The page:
Five students were spotted on campus launching large, high-altitude balloons into the air last year. Standing six and a half feet tall, the white balloons were equipped with instruments meant to answer one question: How much ozone is in Texas’ atmosphere on any given day?
The Trinity Ballooning Project began when St. Edward’s University subcontracted Trinity to collect valuable ozone data from the skies over San Antonio’s large metropolis. The project was co-sponsored by Leslie Bleamaster ’98, geosciences adjunct professor, and Marilyn Wooten, chemistry lecturer, and involved Trinity students Malcolm Conner ’18, Enrique Garcia ’19, Gabriel Levine ’18, Mariel Santos ’18, and Huda Syed ’18, as well as a student from the University of Texas.
From August to October 2017, the team launched 24 balloons equipped with ozone sondes—probes that capture information about the gases around it and automatically relay their findings to the Trinity team on the ground. Each launch required roughly eight hours of work, from preparing the sondes to field launch. Sometimes the group would know a launch date weeks in advance. Other times, they’d be instructed to launch that very day, which meant the students had to act fast.
“We had to call three air authorities to get the OK before we could launch,” Garcia says. “They might tell us we have to launch in the next two minutes because another aircraft is coming on. When they say two minutes, they literally mean two minutes. We had to hurry up and secure everything and launch.”
During flight, the sonde detected how much ozone was in its path. Ozone is a gas composed of three atoms of oxygen (O3). Naturally occurring ozone high in the stratosphere shields us from the sun’s harmful ultraviolet rays. But, ozone can be created at ground level when sunlight reacts with pollutants. Breathing ozone can trigger or worsen health problems including chest pains, coughing, throat irritation, and airway inflammation.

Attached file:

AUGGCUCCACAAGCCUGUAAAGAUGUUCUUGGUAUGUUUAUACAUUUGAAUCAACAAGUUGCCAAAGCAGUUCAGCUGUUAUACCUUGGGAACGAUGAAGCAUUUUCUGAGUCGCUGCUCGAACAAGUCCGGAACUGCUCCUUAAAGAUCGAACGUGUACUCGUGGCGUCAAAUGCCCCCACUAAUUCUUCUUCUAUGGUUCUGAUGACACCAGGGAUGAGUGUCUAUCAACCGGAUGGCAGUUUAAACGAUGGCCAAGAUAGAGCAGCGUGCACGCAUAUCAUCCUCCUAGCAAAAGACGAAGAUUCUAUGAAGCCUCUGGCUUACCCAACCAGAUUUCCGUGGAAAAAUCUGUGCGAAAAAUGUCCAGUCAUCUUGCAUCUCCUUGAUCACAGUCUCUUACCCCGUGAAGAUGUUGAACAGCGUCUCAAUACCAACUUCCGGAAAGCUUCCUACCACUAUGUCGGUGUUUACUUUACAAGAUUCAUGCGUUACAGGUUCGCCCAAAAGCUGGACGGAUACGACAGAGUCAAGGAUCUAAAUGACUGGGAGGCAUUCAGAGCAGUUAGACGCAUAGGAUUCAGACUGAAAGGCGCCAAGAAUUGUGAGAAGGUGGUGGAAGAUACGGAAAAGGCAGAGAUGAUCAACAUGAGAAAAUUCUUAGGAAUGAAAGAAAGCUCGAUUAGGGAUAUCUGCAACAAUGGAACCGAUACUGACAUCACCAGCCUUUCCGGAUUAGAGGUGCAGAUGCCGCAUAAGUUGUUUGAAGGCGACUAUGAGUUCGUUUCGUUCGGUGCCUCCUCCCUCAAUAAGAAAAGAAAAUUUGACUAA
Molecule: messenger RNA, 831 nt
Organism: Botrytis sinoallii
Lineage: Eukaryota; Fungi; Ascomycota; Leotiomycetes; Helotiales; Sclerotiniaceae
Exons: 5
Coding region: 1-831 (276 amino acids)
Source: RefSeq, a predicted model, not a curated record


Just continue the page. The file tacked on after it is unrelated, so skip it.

Once the Trinity team collected the data, it was sent to St. Edward’s professor Gary Morris, principal investigator on the initiative, where it was then interpreted and modeled. Morris, who worked in conjunction with the Texas Commission on Environmental Quality (TCEQ), shared the data among local and state officials who provide guidance for managing days with elevated levels of ozone.
“This kind of data can help a city anticipate environmental changes triggered by population changes,” Wooten explains.
The TCEQ monitors air and ground ozone levels using spectroscopy—a technology that gathers information based on how light interacts with matter in its path. Ozone has a specific light signature, which tells a spectroscopic instrument whether the gas is present. But spectroscopy only indicates ozone is present, while ozone sondes reveal a much more detailed picture of how much ozone is at each height, from the ground up.
“We are getting a profile from the surface all the way up, and looking at the changes,” Bleamaster says.
As the balloons floated up to nearly 18 miles (30 km) above Earth’s surface, the students watched their computer screens, the results flowing in. Once risen, the balloons are meant to pop from lack of atmospheric pressure at a certain elevation, then parachute back to the ground.
“One of the things I learned from this experience is that San Antonio’s air is pretty good and clean,” Bleamaster says. “Even though we’re a potential ozone accumulator or generator, our levels are pretty low, comparatively speaking.”
“This experience helped me to understand more about the sky,” Wooten adds. “We think of air as nothing, but we are really in a soup of air. There’s a whole world in the sky. ”